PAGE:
India's most expensive movie '2.0' is anti-scientific: COAI

COAI also said that the storyline is “defamatory to COAI and its members, endangers public order, presents anti-scientific attitudes, (and) constitutes offences, including under various sections of the IPC.”

Saima Siddiqui
Published on: 28 Nov 2018 12:18 PM GMT
Indias most expensive movie 2.0 is anti-scientific: COAI
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Lucknow: Indian cinema has been producing movies with brave plot, breaking all the religious and social stigmas with its strong script. Sometimes due to this bravado, many times Indian cinema suffers outrage of many social, religious and Censor Board's whip.

In such a similar instance India's most expensive film '2.0' with a budget of Rs 540 crore, is facing a unique and unexpected protest from telecom sectors across India.

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This sci-fi movie came under scrutiny when in its trailer it showed the harmful effects of cellular phones and towers, in a defamatory manner.

“The movie including its teasers, trailers and other promotional videos depict mobile phones and mobile towers in a defamatory manner.”

It is to be mentioned that 'Cellular Operators Association of India' (COAI) claimed that the teaser and trailer of the film depicts that the electromagnetic field (EMF) emissions from mobile phones and towers are dangerous to living beings and to the environment, including birds and human beings.

It stated, “will create unfounded fear and mass paranoia by spreading misinformation about the adverse impact of mobile towers and mobile phones.”

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Well for many decades some sections of activists have been debating on electromagnetic field emitted by cellular towers and phones as harmful radiation causing many health issues among living beings and nature at large.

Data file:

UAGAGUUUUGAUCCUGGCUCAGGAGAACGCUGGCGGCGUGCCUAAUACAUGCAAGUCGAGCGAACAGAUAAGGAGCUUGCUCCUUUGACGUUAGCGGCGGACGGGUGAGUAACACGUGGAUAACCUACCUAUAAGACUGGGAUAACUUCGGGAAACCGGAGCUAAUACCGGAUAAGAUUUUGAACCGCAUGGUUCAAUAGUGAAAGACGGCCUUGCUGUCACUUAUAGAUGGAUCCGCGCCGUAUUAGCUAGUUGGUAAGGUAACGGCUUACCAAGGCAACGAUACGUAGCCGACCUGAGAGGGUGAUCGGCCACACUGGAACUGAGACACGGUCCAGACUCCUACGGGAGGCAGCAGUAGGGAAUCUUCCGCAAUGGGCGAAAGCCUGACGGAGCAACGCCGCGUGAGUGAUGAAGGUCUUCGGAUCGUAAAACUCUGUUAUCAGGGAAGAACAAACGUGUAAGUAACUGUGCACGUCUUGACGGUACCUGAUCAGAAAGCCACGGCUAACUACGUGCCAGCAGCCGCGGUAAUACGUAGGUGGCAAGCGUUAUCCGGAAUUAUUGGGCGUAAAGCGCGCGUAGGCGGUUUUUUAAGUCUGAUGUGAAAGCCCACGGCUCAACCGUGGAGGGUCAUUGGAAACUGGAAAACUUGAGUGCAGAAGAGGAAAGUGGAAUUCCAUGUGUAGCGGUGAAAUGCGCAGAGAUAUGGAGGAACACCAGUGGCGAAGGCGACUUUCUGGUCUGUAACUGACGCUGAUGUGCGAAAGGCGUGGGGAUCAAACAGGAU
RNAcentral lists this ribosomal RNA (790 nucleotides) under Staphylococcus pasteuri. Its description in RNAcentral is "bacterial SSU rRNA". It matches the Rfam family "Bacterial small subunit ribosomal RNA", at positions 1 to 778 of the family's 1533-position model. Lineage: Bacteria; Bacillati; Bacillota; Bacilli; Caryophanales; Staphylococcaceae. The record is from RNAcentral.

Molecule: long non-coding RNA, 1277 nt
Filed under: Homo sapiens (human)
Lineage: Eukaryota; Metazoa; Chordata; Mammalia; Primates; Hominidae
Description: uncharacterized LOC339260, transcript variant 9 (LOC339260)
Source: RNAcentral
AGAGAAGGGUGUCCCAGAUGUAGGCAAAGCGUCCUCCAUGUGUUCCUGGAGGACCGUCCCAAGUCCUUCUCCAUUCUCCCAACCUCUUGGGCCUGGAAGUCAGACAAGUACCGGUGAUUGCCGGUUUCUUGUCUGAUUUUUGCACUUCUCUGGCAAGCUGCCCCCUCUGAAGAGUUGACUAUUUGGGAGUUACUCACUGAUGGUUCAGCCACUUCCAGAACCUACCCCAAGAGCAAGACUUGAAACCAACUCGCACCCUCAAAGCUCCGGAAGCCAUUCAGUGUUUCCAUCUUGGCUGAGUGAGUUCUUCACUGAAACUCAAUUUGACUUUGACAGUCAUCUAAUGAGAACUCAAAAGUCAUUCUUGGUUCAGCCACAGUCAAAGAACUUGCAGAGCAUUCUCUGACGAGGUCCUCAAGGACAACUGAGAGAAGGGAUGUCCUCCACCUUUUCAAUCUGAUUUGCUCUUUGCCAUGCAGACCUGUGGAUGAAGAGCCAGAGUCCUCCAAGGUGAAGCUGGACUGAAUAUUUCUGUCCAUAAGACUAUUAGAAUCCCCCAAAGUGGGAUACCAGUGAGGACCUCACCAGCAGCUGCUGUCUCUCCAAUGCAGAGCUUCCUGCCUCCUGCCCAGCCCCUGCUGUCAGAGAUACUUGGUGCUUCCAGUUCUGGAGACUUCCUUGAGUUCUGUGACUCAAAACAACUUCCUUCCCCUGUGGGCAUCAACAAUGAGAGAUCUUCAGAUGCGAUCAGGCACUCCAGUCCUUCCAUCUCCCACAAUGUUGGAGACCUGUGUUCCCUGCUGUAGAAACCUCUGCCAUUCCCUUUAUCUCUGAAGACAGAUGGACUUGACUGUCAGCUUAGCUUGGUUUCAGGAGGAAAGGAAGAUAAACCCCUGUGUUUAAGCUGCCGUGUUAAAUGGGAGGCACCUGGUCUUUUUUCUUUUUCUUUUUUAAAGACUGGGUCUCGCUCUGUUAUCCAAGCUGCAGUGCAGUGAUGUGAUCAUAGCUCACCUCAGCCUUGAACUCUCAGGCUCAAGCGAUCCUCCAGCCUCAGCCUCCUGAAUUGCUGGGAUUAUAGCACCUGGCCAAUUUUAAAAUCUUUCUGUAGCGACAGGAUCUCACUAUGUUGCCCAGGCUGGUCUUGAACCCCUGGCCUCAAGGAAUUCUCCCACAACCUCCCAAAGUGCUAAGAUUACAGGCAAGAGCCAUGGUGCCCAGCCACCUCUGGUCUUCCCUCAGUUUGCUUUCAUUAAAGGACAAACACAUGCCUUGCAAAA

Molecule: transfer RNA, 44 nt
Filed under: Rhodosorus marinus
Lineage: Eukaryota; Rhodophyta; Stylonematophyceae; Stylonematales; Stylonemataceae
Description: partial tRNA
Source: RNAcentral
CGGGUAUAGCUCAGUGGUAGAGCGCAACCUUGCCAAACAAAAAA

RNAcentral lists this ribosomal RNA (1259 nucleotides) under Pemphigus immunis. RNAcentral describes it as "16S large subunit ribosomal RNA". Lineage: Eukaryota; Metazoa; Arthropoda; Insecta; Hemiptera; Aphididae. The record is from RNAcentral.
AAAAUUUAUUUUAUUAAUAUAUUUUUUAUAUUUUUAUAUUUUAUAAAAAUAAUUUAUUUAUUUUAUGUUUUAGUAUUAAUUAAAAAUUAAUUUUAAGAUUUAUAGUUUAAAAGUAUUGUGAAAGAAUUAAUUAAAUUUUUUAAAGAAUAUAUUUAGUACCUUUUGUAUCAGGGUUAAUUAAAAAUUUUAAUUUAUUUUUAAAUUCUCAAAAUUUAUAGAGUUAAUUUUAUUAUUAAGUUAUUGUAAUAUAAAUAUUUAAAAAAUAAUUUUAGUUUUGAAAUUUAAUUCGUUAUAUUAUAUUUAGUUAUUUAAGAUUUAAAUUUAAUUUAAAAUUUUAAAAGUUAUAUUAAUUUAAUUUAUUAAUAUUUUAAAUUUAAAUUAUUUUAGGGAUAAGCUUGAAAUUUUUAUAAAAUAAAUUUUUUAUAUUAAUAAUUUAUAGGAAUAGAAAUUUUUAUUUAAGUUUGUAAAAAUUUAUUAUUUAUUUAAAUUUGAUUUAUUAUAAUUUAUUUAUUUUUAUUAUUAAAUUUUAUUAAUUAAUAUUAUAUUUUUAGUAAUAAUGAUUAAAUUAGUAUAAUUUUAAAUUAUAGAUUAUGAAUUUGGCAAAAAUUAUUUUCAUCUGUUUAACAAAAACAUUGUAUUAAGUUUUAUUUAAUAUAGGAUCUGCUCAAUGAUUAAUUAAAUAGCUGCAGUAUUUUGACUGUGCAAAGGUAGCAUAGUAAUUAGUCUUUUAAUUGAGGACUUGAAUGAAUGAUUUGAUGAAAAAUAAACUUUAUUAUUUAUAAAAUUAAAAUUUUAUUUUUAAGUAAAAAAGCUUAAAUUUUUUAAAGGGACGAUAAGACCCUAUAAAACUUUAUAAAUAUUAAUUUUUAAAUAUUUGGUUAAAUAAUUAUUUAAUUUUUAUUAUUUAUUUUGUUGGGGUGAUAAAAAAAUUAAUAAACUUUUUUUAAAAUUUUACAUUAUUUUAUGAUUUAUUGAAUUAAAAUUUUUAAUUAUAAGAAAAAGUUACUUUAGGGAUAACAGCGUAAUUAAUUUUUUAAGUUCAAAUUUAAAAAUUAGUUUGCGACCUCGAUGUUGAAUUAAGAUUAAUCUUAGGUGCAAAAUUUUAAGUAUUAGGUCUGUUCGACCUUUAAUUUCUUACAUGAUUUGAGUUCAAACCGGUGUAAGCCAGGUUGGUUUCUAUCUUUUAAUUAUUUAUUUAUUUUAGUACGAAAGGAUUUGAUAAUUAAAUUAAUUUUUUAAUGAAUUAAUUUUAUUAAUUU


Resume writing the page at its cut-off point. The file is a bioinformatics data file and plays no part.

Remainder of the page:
According to COAI, the movie promotes “obscurantist and anti-scientific attitudes against mobile phones, towers and mobile services", is against public interest, defames telecom companies and violates the telecom sector’s constitutional rights by depicting “mobile phones and mobile towers as harmful to living creatures and the environment including birds and human beings on account of electromagnetic field (EMF) emissions from them.”

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However, according to WHO cell phone usage increases the risk of cancer, which is supported by a study conducted by IIT Mumbai

Though the American Cancer Society, current studies to prove the link between cancers and cell phone usage are inconclusive.

COAI also said that the storyline is “defamatory to COAI and its members, endangers public order, presents anti-scientific attitudes, (and) constitutes offences, including under various sections of the IPC.”

It further said that the disputed depiction is in violation of the provisions of the Cinematograph Act, 1952.

“It is against the public interest as it constitutes offences under section 268 (public nuisance), section 505 (statements conducing to public mischief) and section 499 (defamation) of the IPC and stands to prejudice the ongoing proceedings before the Supreme Court over whether or not mobile towers have any harmful effects.”

“We have requested the censor board to revoke the certification already granted, including for the teaser, trailer and other promotional video and Tamil language version of the film with immediate effect,” Rajan Mathews, Director-General of Cellular Operators Association of India (COAI), said. “We have requested that the exhibition of the movie be suspended in the meantime.”

“It will create unfounded fear and mass paranoia by spreading misinformation about the adverse impact of mobile towers and mobile phones,” COAI said

COAI also requested the censor board to re-examine the film and seeking a preview of the film to give it “a fair opportunity to raise our concerns fully and adequately.”

Directed by filmmaker S Shankar, 2.0, d is slated for a release on Nov 29.

Saima Siddiqui

Saima Siddiqui

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